Another Milestone, 2 Broad Patents Covering Use of Stem Cell-Derived RPE Cells, Advanced Cell Technology (OTCBB: ACTC)
ACTC will be issued US Patent Numbers 7,795,025 and 7,794,704 on 9/14/10, which continue to extend ACT’s patent portfolio covering its retinal pigment epithelial (RPE) cell programs.In particular, the claims that will issue in patent number 7,794,704 broadly cover methods for treating retinal degeneration using human RPE cells differentiated from human embryonic stem cells (hESCs).
- Issued with 68 claims, this patent covers methods of treatment with hESC-derived RPE cells that includes, but is not limited to, Stargardt’s disease, Retinitis Pigmentosa, and macular degeneration,
- The 41 claims issuing in US Patent 7,795,025 contribute to the development of the company’s protection of the processes for manufacturing RPE cells from human ES cells,
- The patent covers fundamental methods for generating transplantable cells for treatment of human patients.
Another milestone for ACT…
- “ACT is developing first-in-class treatments for degenerative disorders of the retina,” said Robert Lanza, M.D., ACT’s Chief Scientific Officer. “The use of RPE cells created from human embryonic stem cells should open the door to potential treatments for many diseases of the retina that impact sight. According to the World Health Organization, macular degeneration alone is known to affect 30-40 M people worldwide, and this represents only a handful of the 200 diseases that may be treated using our RPE cells. ACT has worked hard to develop an efficient method for producing a renewable source of transplantable RPE cells that can be used to target diseases such as Stargardt’s Disease and Age-related Macular Degeneration. For many of these patients there are no available treatments. ACT has demonstrated that stem cell-derived RPE cells can rescue visual function in animals that otherwise would have gone blind.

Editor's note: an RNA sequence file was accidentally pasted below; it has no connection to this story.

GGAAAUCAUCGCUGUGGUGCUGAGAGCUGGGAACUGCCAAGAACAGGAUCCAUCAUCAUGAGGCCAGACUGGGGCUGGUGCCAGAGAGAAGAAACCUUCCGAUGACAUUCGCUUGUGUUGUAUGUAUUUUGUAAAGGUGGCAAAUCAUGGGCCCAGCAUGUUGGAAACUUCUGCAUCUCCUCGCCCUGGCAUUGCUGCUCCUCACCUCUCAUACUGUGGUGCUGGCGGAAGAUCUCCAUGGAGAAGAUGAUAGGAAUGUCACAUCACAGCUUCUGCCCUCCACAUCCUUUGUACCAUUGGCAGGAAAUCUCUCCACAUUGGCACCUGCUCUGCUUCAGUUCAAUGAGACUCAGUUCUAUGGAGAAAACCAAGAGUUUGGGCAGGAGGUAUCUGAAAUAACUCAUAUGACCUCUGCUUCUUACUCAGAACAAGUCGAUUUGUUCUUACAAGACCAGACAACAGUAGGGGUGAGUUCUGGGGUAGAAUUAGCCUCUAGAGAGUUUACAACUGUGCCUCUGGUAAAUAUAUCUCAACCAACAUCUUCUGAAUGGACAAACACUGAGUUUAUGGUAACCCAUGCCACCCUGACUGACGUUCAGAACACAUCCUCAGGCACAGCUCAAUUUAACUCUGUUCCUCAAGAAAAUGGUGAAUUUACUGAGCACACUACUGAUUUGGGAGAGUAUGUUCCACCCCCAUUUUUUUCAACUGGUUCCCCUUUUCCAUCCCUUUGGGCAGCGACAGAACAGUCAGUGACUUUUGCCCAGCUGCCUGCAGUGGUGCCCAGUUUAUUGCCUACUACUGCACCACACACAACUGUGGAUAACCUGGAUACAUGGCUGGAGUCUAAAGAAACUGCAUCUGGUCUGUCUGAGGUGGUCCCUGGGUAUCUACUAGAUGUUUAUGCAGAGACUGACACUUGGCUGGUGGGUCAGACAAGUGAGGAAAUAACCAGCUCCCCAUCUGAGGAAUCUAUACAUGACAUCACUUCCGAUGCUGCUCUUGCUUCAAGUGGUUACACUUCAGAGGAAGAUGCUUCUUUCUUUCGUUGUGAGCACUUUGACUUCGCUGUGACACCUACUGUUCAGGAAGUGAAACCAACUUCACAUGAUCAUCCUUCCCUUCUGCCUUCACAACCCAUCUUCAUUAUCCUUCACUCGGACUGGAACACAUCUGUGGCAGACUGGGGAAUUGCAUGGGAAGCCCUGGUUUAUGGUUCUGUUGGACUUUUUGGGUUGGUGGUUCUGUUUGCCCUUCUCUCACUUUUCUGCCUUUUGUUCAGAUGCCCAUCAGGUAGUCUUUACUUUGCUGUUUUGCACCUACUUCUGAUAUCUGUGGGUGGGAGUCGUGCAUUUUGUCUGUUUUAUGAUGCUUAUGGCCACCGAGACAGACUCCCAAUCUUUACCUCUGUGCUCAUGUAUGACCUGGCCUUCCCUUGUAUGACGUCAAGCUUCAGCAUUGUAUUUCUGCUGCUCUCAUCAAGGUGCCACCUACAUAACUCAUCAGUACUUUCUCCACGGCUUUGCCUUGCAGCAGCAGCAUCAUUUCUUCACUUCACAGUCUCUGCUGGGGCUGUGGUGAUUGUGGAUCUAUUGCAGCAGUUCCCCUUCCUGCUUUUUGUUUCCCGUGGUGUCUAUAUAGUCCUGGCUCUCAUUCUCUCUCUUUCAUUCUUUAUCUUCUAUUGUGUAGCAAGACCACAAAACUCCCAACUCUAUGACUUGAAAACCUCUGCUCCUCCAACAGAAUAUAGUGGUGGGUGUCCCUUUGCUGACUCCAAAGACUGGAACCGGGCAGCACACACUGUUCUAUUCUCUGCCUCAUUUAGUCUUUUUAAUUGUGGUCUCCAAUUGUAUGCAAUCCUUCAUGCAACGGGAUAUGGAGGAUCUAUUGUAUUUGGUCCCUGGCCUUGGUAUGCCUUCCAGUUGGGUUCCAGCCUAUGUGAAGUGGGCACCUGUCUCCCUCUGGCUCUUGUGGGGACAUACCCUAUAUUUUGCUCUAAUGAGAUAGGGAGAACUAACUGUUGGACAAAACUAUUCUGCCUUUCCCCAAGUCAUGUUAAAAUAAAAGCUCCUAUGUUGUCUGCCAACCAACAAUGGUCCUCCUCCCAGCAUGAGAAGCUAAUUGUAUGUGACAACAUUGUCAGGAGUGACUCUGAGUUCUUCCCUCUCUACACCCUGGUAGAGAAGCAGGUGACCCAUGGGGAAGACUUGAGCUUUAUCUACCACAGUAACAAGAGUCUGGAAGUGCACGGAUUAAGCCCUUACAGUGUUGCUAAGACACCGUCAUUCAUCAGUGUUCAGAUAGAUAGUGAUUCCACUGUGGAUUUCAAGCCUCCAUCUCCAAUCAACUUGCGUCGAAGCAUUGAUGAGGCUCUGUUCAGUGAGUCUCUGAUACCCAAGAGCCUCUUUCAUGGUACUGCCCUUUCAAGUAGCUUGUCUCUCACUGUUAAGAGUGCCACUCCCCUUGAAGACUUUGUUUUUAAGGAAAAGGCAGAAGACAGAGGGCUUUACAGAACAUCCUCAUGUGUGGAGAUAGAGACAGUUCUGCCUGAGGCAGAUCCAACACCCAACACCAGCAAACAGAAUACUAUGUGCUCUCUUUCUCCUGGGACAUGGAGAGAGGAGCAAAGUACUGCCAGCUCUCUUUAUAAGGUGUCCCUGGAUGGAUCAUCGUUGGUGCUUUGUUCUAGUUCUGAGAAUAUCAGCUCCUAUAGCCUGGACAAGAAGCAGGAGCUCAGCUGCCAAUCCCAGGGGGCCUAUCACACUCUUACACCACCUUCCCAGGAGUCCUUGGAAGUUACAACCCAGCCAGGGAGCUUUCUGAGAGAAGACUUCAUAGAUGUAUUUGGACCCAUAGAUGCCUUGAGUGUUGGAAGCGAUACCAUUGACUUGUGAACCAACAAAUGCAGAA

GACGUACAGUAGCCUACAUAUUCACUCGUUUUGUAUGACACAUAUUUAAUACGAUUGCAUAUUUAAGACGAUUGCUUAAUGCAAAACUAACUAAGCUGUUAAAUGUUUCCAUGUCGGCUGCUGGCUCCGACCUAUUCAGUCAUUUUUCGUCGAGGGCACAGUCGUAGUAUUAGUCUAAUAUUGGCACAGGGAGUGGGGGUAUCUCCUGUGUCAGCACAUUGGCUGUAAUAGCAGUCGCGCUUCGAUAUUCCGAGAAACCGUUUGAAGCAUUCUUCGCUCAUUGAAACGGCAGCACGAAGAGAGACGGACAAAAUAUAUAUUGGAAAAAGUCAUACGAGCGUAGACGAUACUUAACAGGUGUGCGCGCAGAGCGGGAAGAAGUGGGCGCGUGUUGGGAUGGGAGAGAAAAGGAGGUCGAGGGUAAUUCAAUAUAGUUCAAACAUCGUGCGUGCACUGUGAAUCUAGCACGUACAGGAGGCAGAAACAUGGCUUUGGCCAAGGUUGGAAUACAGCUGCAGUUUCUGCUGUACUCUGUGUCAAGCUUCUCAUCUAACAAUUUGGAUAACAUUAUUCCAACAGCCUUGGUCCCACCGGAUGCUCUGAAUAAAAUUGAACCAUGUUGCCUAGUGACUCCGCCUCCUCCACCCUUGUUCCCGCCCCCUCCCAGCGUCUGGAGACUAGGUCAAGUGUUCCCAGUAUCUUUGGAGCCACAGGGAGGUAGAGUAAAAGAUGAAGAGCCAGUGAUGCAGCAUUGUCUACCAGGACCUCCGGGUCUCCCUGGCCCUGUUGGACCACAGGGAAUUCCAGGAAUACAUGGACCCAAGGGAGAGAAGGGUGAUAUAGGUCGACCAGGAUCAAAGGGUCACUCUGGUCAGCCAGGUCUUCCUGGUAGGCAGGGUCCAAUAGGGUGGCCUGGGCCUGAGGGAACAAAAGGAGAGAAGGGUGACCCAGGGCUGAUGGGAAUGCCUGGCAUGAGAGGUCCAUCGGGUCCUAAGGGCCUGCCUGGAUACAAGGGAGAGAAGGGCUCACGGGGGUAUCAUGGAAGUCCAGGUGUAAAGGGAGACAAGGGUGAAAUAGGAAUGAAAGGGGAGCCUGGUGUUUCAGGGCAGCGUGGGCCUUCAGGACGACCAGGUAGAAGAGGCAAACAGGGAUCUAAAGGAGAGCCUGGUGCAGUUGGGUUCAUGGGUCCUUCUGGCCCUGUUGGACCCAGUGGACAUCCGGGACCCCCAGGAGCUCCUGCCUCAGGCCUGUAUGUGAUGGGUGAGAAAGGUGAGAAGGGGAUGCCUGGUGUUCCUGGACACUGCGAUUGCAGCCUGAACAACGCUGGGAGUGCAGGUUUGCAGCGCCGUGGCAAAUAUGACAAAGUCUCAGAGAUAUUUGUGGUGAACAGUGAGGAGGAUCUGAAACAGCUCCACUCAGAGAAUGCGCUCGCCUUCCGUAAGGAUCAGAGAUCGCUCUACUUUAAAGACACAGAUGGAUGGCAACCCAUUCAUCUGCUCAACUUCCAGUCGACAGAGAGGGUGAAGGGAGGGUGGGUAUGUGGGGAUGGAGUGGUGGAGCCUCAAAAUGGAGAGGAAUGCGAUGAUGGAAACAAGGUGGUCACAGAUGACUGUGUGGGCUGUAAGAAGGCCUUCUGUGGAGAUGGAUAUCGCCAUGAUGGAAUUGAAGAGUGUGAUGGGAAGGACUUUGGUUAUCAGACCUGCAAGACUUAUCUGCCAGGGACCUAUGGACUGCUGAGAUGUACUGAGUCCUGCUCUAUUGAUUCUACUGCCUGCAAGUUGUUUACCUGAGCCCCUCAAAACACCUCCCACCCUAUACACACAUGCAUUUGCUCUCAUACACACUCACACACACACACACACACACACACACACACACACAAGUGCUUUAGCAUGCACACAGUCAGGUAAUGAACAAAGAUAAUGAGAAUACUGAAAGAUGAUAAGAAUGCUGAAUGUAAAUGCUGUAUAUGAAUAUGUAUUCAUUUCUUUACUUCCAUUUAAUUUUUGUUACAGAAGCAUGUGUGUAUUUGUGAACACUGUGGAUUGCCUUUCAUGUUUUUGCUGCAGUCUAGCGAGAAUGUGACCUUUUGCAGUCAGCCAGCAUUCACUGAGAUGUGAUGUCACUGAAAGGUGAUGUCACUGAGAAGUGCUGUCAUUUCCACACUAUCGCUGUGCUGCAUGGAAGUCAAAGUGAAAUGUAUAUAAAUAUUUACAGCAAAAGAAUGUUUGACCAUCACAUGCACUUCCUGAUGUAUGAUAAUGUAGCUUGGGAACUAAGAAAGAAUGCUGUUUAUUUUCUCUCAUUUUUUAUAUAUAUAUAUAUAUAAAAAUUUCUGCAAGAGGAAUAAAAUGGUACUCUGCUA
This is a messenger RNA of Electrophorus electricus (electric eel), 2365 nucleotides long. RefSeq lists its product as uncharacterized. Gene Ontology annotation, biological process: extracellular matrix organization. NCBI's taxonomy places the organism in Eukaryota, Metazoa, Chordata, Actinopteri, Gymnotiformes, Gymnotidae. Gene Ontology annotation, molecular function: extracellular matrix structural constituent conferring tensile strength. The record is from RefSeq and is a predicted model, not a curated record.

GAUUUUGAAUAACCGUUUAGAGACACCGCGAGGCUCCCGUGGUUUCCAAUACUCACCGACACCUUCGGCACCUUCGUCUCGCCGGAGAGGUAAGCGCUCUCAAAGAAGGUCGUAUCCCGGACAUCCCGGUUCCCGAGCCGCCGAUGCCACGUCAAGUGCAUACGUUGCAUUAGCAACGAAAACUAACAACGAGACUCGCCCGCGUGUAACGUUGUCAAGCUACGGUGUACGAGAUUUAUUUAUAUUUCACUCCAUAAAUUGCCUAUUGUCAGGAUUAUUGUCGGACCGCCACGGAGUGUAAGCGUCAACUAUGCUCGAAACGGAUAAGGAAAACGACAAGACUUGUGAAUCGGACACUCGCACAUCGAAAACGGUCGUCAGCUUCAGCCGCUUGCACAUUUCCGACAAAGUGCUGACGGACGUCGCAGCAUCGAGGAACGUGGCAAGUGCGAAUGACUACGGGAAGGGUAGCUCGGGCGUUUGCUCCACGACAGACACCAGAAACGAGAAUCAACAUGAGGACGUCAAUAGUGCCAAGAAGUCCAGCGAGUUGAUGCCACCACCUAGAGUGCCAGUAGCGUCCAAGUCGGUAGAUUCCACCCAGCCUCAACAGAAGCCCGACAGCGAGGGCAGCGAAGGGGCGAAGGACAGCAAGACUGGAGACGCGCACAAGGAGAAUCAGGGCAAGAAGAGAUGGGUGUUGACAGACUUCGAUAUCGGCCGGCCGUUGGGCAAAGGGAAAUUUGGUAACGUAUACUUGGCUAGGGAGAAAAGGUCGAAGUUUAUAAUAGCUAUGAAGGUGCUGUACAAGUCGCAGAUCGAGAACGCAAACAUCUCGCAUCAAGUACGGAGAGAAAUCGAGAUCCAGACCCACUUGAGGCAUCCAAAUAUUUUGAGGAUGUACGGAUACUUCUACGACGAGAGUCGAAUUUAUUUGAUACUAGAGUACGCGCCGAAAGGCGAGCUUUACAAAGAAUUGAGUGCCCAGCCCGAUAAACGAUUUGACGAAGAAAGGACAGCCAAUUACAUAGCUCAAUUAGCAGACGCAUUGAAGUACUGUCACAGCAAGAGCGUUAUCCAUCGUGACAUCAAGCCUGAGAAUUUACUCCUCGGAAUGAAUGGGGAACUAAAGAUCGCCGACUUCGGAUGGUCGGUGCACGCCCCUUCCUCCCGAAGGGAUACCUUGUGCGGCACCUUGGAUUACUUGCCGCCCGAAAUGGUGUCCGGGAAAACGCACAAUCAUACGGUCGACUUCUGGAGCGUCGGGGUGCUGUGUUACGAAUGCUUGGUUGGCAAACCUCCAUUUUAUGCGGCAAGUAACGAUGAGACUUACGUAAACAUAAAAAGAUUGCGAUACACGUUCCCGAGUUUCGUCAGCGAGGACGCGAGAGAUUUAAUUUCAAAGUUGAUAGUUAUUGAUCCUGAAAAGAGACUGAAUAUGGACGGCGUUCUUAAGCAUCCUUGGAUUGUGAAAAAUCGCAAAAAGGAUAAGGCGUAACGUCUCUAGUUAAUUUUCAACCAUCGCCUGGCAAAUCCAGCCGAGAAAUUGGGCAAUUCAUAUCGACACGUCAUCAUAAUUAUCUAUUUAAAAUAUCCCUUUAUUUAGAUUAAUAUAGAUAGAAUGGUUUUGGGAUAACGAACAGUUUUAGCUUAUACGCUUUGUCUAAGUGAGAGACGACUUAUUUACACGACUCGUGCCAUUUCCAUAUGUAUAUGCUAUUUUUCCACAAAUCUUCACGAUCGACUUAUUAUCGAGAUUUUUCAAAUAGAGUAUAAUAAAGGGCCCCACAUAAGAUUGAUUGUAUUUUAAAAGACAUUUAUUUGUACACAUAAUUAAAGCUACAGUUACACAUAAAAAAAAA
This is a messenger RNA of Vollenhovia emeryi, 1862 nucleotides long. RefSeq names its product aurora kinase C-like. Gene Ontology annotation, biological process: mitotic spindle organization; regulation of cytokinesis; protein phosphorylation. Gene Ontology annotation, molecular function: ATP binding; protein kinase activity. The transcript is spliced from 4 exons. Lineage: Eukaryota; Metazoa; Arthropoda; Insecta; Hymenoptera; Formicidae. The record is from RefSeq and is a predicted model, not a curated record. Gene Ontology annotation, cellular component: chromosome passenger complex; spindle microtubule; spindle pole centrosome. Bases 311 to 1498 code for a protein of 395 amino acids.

This IP further expands ACTC.OB’s patent estate with respect to protecting the use of RPE cells in a wide range of treatments, offering additional validation of the strength and breadth of its patent portfolio.
- This development also dovetails nicely with the prospect of initiating human clinical trial for the RPE program,
- ACT is optimistic that the methods-of-treatments and the culturing processes covered by these 2 new patents, along with ACT’s proprietary detection technique for final product release, will establish a formidable barrier to entry for any potential competitors,
- Once ACT begins to treat Stargardt patients, ACT plans to initiate another clinical trial relating to the use of RPE cells in the treatment of dry Age-Related Macular Degeneration (AMD),
- At present there is no approved treatment for dry AMD, despite the fact that it represents a $20-30B potential market.”
- ACT’s Single Blastomere technology used for isolating hESCs does not require the destruction of embryos.
The RPE and other hESC-derived cells, ACTC.OB intends to produce for clinical use all begin with these “embryo-safe” stem cells.
- ACT does not rely on government funding for any of its R&D efforts, and accordingly has not been impacted by the recent court injunction against federal funding of hESC research,
- Nevertheless, ACT’s hESC lines and cells made for those lines (such as RPE cells) should (?) fall outside the scope of the court order,
- While the injunction has been stayed, it is widely believed that this is only a temporary reprieve, with a permanent injunction a real possibility perhaps as early as the end of this month,
- Should that come to pass, ACT stands ready to offer its human stem cell lines to the research community, pending their approval by the National Institutes of Health (NIH).